Nice to see we’ve made some real progress. WSDOT seriously should’ve done some more preparation for light rail along SR 520, such as an environmental assessment or something.

    1. It’s ST that is tasked with light rail planning. Why should WSDOT, which has no funding authority to build light rail study something which would likely be at odds with ST’s long range plans? If ST had come forth and said our vision for light rail in the Seattle metro area includes light rail over 520 in the next 10, 20 or 30 years then it would be worth while to at least look at bridge options to accommodate it and ST has a pretty full plate for the next 30 years.

    2. WSDOT has no idea what ST wants because ST hasn’t asked for it. Probably because they don’t want to build there.

      I think WSDOT went back to expanding the interchange because they couldn’t avoid expanding the Montlake interchange without some real money that we don’t have.

  4. I have to disagree. AWV and SR-520 are very different projects I think it is simplistic to say that STB is somehow hypocritical.

  5. If lightrail isn’t in place on the 520 bridge by completion, then the state has procrastinated an assignment given to them. If you procrastinate, then you are putting something off leading to many disaters (which most people have experienced in high school and college/univerity). As you may know, procrastination is a terrible habit.

    In 2050, when Greater Seattle’s population is 6+million, you’ll be wishing you hadn’t procrastinated. You’ll be wishing you’d had built that lightrail from Day-1. I’m wishing Seattle had built that subway long ago when an underground subway was propsed in the 1920’s.

    It’s now or never people.

    1. Greater Seattle will never reach six million people. Where would they work doing what? The Green River valley is already filled up with workplaces and the ugly truth is that most of us white collar workers are going to be surplus in ten to twenty years. Either computers or Indians with better accents will be doing our jobs.

      Retirees other than those from San Francisco and New York can’t afford to move to a coastal area, except maybe trailers in the Florida panhandle.

      These even onward growth projections that we use in the Pacific Northwest are whishful hooey!

      1. Excuse me, but the Seattle area will probably hit six million by 2060, if we track the way we have been. Depending on what you count as greater seattle.

        And there are a lot of parking lots that can be 50 story buildings.

      2. As cities mature it’s the norm that population increases will level out. The “new” cities on the west coast have ballooned because of all the cheap undeveloped land around them. If you look at New York it’s population was flat from 1950-1990. Only in the go-go 90’s did it see a growth rate approaching 10%. New York and London are the two major banking and business centers of the world. The Seattle metro economy is based largely on Boeing and high tech (yes, shipping but that’s no longer a labor intensive job and tourism but that’s largely seasonal). Boeing has already moved it’s headquarters and is steadily moving production away from the region. High tech is even easier to relocate. The irony is that if the folks clamoring for more stringent emigration and foreign worker status get their way it will only accelerate the shift to India and China where the emerging markets are. Even if there are 6M in Puget Sound by 2050 it won’t be any more centralized than it is today. The population of Seattle hasn’t contributed to the rise in the regional population over the last 50 years. The job centers are expanding outward to the Kent Valley, Mill Creek, etc. There may surface lots in Seattle that can be built up but you need a much larger foot print than a Diamond lot to build a skyscraper. Tacoma and Everett would see a large portion of the growth if the NW economy is robust for the next 50 years. More likely we’ll continue with a roller coaster pattern of level population for a decade followed by ~10% growth and then another bust.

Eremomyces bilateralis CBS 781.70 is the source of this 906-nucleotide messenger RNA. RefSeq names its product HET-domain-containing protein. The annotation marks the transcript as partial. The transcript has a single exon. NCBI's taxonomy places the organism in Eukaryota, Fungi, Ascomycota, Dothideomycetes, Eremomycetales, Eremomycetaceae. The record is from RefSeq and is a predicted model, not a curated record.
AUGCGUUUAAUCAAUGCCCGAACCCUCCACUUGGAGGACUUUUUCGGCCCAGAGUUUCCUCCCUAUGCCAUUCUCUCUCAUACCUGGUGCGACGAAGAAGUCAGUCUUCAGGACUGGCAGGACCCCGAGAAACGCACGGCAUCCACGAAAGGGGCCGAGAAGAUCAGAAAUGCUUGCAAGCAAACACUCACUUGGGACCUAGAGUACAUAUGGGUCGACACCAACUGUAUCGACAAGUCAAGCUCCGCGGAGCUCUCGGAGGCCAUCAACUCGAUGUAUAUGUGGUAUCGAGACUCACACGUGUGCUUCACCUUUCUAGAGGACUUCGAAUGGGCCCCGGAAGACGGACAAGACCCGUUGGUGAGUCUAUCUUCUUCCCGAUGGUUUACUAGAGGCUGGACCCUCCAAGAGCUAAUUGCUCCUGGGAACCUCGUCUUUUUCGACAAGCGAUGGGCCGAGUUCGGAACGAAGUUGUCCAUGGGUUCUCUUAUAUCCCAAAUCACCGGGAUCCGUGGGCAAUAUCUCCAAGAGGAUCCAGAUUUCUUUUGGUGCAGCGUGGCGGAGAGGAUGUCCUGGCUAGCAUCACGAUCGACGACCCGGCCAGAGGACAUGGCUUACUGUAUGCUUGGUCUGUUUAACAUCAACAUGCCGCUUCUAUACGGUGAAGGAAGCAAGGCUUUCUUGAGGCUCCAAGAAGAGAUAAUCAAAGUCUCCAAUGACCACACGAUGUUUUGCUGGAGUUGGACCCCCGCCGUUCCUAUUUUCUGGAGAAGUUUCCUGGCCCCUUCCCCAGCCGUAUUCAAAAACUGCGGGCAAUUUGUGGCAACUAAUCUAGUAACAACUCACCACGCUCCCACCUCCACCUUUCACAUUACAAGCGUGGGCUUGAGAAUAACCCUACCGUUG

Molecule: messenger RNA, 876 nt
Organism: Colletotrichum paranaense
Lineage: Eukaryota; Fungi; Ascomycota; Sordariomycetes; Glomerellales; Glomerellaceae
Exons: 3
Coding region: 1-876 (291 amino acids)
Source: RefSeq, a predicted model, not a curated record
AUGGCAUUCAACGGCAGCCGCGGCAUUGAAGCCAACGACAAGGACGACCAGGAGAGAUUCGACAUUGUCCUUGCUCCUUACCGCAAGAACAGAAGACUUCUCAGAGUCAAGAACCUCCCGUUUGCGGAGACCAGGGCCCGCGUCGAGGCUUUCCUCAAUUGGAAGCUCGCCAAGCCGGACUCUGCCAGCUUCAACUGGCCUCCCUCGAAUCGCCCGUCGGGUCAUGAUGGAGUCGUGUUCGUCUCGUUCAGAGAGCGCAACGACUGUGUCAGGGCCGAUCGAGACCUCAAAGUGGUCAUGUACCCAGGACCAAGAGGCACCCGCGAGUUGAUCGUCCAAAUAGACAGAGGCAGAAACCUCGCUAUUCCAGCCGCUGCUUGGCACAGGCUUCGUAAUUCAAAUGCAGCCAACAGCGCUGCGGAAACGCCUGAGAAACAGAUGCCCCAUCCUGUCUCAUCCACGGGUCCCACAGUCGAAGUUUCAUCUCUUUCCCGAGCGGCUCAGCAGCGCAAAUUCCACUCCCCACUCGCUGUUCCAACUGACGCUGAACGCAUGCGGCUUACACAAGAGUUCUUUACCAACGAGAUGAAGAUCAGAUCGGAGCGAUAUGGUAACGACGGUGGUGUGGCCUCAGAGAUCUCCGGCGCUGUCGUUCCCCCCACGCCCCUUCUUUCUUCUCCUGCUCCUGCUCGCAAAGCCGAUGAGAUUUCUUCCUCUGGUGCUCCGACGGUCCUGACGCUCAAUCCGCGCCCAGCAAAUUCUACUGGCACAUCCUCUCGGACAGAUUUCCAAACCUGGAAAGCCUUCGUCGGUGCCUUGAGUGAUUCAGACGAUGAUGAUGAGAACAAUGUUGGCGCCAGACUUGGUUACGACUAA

3. Of course it will support more people. They won’t be filling existing jobs, but will be filling new jobs, which automatically are created as the world’s and region’s populations increase. 40 years ago, the whole Seattle area was under 2m, so it has almost doubled since then. It’s almost certain to do so again.

      4. People are still moving here. The population of the US and the world is still going up. If Boeing is still alive in five years, it will still have some production here, simply to avoid putting all its eggs into one basket. The region’s “creative talent” is good at creating new jobs and new industries. People still move here for the climate, the openness (especially if you come from a religiously intolerant town or fast-paced city), etc. It’s still an immigration portal. People are still having kids. It’s still cheaper than California, our state government isn’t such a disaster, and there’s no income tax. All of these point to higher population.

        Against that would be the number of people leaving for better jobs elsewhere. But which other region is likely to have a mass of better jobs to move to? Some unemployed will leave if they have family elsewhere, but most will stay put. So it’s hard to imagine the population shrinking.

        Marysville to Tumwater is 3.2 million, so 6 million is less than doubling. And it’s over 40 years. The population did double in the last 40 or 50 years. Still, I’d say we’re more likely to add 1 to 2 million people than 3 million. But even with 1 million, if King County gets a third of that, and half move to Seattle and half to the suburbs, that’s 167K more people in Seattle, or three times the population of Capitol Hill/First Hill/Belltown/Queen Anne.